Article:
Israeli company Foamix Pharmaceuticals, which is developing foam-based drugs for treating skin diseases, has published a draft prospectus for raising up to $75 million on Wall Street. The company value for the offering has not yet been set, but is expected to be in the $100-200 million range, after money. Investment banks Oppenheimer and Maxim are leading the offering.
Foamix was founded in 2003 by CEO Dov Tamarkin and chairman and COO Meir Eini, both of whom previously founded medical equipment companies. Tamarkin also served as senior VP for R&D at Teva Pharmaceutical Industries Ltd. (NYSE: TEVA; TASE: TEVA). Each of them owns 21% of Foamix.
Over the decade since Foamix was founded, it has been financed by private investors, whose identities are now emerging. An investment company owned by Eri Steimatzky, former owner of the Steimatzky bookstore chain, owns 12.1% of Foamix. Among other things, Steimatzky is an angel investor in technology companies, and his successes in this area include auto safety products company Mobileye(NYSE: MBLY), which last week completed its IPO on the New York Stock Exchange (NYSE), and instant messaging company Mirabilis, sold to America Online in 1998.
Another Foamix shareholder (9.4%) is businessman Benny Shabtai, who earned hundreds of millions of dollars on the sale of Internet company Viber early this year. Shabtai started out as a security guard in the Israeli embassy in France, and over the years became a wealthy man, earning his primary capital from the sale of luxury Raymond Weil watches. He was the president and owner of the US branch of the brand, and later branched off into real estate deals, industry, and technology.
Foamix combines its unique foam technology with existing drugs in order to develop new versions of these products that can be spread on the skin as foam. It also develops independent products; two of its leading products are an antibiotic foam for treating acne and an antibiotic foam for treatment of a skin disease called Impetigo. The company also has agreements with pharmaceutical companies that use its foam as part of the products they are developing on the basis of existing or new drugs. The company has derived $14.1 million in revenue to date from these agreements in advances and milestone payments, while its products have been making progress in trials. None of its products, however, has reached the market yet.
The company's revenue from milestone payments has mostly been very volatile. The company posted $2 million in revenue in the first half of 2014, compared with only $290,000 in the corresponding period in 2013. It posted a $3.4 million loss in the first half of the year, compared with a $1.7 million loss in the same period last year.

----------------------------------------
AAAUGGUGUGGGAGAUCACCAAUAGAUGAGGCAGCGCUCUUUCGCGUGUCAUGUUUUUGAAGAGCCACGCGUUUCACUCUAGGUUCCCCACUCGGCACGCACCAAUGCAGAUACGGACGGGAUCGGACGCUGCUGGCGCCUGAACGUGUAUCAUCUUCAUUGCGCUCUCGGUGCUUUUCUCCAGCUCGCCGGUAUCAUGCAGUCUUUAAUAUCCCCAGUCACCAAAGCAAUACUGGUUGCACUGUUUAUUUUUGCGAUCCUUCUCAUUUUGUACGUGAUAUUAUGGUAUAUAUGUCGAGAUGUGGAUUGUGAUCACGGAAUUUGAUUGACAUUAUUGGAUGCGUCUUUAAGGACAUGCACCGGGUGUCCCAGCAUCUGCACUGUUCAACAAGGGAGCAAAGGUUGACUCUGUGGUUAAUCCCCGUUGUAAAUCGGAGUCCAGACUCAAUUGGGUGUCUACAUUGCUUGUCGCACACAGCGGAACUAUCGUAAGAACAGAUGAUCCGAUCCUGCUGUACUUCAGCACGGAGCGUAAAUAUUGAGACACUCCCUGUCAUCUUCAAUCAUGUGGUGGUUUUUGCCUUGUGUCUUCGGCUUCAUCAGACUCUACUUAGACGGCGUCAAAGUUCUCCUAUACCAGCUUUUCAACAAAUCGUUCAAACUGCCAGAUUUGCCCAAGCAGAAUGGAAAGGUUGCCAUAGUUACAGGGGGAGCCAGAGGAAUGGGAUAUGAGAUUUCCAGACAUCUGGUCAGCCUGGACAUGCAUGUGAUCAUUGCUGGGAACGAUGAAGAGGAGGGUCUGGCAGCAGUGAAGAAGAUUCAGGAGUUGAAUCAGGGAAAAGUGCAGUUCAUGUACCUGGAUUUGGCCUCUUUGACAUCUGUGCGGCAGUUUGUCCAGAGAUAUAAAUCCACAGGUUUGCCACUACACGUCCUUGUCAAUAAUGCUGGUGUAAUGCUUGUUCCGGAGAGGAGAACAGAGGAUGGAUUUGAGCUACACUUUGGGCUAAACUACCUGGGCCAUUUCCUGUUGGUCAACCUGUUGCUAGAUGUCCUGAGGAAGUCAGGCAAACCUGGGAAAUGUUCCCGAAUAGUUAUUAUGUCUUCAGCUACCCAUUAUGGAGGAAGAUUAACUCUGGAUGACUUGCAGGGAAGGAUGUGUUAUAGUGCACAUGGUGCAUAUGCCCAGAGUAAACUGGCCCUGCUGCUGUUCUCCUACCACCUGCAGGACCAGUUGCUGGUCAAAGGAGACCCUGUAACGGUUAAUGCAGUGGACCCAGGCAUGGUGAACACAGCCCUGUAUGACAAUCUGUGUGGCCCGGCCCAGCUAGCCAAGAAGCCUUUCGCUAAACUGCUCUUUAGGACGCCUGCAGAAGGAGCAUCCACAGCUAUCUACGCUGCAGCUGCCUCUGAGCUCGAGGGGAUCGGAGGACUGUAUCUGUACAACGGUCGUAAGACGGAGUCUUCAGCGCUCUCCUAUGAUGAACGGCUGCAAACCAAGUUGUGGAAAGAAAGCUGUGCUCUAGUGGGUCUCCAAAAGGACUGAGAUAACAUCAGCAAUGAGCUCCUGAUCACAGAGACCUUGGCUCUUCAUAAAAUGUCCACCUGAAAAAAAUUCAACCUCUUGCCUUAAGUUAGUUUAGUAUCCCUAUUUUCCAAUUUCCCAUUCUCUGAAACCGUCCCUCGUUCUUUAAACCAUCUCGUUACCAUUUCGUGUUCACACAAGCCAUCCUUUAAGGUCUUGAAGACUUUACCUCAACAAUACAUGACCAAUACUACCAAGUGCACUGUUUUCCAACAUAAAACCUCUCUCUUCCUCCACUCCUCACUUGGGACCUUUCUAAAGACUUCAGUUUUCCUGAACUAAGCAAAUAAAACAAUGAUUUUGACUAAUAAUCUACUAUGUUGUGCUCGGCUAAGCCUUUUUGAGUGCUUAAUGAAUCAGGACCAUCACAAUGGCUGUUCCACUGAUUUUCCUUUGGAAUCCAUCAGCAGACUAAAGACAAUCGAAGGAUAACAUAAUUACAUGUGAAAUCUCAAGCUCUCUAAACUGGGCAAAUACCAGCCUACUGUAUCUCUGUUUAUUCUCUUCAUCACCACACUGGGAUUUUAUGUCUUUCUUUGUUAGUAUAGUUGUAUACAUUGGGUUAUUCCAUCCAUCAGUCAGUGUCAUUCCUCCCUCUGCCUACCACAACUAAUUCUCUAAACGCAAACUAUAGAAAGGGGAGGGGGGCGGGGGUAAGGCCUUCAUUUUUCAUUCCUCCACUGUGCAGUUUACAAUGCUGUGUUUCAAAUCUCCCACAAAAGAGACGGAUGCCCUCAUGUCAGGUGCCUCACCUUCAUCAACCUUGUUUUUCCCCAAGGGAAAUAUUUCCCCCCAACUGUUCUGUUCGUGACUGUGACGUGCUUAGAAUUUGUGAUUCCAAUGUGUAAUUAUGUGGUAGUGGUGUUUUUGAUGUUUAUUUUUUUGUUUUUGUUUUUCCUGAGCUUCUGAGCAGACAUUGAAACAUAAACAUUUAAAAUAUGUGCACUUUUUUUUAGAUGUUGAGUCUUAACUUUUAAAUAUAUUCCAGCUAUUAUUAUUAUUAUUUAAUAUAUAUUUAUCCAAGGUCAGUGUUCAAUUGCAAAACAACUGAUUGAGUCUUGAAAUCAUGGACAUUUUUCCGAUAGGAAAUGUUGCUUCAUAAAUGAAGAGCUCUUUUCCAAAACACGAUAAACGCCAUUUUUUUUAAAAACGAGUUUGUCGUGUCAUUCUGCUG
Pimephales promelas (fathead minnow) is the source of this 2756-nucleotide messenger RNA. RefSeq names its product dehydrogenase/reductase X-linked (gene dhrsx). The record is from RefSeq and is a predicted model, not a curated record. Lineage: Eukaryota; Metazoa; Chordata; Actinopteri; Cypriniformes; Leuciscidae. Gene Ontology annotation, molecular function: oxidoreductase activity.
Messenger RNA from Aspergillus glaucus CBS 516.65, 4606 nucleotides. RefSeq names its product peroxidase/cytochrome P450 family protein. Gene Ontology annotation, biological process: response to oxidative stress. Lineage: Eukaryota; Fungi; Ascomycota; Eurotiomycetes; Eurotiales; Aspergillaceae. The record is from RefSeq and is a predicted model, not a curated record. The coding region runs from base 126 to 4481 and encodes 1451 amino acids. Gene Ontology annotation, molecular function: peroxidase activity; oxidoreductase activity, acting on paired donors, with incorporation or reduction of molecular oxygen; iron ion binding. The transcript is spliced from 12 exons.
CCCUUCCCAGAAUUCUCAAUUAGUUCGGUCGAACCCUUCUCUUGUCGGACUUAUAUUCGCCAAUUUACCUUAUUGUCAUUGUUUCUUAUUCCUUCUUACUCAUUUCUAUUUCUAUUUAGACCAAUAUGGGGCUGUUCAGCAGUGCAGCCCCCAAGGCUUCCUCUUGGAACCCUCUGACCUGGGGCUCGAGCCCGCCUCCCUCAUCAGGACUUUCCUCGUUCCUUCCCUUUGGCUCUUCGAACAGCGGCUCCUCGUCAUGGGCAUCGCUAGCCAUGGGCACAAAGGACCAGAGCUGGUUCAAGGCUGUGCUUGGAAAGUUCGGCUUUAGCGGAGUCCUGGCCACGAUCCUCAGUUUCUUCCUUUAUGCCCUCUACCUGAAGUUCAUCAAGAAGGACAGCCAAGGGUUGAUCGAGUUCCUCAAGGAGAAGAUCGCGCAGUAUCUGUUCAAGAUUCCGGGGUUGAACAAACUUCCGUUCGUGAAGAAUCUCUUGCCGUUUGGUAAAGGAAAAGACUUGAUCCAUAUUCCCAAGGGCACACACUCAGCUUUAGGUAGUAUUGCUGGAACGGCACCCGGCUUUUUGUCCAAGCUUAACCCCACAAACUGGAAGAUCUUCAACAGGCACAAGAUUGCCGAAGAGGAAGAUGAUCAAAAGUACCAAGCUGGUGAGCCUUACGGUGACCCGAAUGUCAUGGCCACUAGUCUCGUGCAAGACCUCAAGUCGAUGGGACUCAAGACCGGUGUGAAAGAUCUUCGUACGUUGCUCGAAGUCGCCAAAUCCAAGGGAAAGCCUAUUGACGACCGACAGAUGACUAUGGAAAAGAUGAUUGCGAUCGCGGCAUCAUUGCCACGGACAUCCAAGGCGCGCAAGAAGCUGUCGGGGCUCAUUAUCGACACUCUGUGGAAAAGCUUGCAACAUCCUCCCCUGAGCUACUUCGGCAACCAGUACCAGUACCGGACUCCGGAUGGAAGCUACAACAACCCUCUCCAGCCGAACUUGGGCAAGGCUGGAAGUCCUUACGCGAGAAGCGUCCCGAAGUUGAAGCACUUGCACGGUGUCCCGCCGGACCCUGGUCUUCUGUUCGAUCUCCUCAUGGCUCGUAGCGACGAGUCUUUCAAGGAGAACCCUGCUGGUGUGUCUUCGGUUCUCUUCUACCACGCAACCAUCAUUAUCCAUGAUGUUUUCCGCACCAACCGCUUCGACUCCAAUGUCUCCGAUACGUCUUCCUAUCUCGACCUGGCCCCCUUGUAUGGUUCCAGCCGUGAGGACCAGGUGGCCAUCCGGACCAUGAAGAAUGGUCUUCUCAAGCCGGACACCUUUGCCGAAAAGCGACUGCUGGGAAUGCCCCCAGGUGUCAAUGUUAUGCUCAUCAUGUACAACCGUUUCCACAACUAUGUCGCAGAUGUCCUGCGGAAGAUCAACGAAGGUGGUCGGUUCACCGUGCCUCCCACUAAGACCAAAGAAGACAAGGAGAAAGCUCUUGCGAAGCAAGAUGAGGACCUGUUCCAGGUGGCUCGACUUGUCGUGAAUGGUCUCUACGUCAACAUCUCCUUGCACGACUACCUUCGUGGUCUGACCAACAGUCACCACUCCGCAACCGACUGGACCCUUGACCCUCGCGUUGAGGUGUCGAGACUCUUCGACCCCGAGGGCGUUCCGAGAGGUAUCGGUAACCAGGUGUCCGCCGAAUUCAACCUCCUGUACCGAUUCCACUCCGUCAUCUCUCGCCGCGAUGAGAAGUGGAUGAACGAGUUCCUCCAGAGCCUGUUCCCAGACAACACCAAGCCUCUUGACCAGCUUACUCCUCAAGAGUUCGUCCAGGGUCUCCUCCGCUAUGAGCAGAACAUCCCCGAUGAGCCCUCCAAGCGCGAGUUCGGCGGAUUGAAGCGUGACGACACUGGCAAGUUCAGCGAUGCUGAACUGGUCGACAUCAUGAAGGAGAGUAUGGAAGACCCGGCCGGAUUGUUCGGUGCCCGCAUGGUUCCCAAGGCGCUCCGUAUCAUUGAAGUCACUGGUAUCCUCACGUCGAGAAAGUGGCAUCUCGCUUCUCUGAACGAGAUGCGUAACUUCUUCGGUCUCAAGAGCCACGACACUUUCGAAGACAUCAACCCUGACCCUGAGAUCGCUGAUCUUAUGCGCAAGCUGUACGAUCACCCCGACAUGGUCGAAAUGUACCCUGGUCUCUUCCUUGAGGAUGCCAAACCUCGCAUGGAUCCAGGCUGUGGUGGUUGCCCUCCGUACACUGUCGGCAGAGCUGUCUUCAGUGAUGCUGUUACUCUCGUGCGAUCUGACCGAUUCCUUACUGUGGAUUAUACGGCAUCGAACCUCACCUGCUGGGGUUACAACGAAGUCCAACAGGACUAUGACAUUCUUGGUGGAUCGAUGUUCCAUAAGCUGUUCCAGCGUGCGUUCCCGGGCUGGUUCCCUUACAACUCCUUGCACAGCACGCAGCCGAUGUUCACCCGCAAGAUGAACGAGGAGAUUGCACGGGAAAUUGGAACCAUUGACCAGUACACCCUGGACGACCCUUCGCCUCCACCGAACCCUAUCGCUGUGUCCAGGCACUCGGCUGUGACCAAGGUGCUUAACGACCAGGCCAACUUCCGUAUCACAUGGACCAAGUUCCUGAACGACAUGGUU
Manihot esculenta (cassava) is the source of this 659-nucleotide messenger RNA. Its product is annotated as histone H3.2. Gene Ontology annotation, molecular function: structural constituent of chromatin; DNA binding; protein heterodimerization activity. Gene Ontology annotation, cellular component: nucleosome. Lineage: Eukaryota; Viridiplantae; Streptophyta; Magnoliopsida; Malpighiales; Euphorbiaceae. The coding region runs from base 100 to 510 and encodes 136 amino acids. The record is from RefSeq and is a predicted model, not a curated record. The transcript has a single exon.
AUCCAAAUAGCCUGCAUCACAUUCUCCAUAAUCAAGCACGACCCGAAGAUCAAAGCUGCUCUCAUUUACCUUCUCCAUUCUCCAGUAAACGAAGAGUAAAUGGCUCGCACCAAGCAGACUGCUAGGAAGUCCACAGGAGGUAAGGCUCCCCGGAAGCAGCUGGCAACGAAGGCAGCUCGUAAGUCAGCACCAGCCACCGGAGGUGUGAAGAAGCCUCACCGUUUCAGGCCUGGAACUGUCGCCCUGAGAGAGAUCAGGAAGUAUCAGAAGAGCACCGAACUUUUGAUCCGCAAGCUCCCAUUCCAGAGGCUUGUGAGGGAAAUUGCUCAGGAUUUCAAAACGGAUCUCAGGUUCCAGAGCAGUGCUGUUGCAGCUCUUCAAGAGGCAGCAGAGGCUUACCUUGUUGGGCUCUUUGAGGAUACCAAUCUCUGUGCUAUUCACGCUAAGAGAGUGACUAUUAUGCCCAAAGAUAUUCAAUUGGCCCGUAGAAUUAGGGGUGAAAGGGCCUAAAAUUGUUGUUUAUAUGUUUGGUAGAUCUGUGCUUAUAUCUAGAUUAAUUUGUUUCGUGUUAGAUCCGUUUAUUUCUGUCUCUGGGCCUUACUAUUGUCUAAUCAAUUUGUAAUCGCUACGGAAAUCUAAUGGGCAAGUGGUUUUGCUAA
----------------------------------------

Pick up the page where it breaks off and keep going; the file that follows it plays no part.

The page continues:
The product for treatment of medium-to-severe acne (currently treated by orally administered antibiotics) completed a trial in 2013, and was found to reduce the amount of acne by 70%. No comparison to its competitors was conducted, but the company says that the antiobiotics reduce the condition by only 44%, and also have side affects. Foamix believes that it will begin fast track Phase III trials in 2015.
The company stated in its prospectus that this product could become the leading treatment in the market for severe acne. Other market sources claim that there is already an antibiotic foam on the market used to treat acne. Among others, (Perrigo Company (NYSE:PRGO; TASE:PRGO) has such a product, although the usual treatment is still orally administered pills, so the company can expect competition. The product for treating Impetigo, a pediatric skin disease, achieved total remission in all patients within two weeks, while the competing product achieved 81% success. This product is also slated to enter Phase III trials toward the end of 2015.
Foamix's foam technology is unique and patent protected, but other companies are producing their own foam, and can combine it with the same drugs. At the end of the first half of 2014, Foamix had $10.5 million in the bank.
Will the offerings window of opportunity remain open?
The first half of 2014 was a very volatile time for biomedical offerings on Wall Street, which included a number of Israeli companies. 22 offerings were held on Nasdaq by biomedical companies in July alone, including two Israeli companies, mostly at company values in the $150-250 million range.
The Israeli companies that have already had IPOs this year are Galmed Pharmaceuticals Ltd. (Nasdaq: GLMD), Lumenis Ltd. (Nasdaq: LMNS), MediWound Ltd. (Nasdaq:MDWD), BioBlast Pharma Ltd.(Nasdaq:ORPN), and Macrocure Ltd.(Nasdaq:MCUR), which raised an aggregate total of $271 million. The IPOs also included Kite Pharma, a company with Israeli connections and technology of Israeli origins.
The current season of Israeli IPOs was closed in confusion by VBL Therapeutics(Nasdaq:VBLX), whose IPO was retroactively canceled after only four days of trading because a leading investor did not put up the money for the IPO. This was an extremely rare event on Wall Street that had not been seen in a decade.
The market is now taking a breather, but will return in September, when the IPO wave is expected to resume with Foamix, ReWalk, and Silenseed (which has already submitted a public draft prospectus), as well as NeuroDerm, PolyPid, and Mapi Pharma, which has already tried its luck twice in the current session, and may try again at a reduced value. Meanwhile, the biomedical sector has become more volatile, and many IPOs, not just Israeli ones, are producing negative returns.
Published by Globes [online], Israel business news - www.globes-online.com - on August 14, 2014
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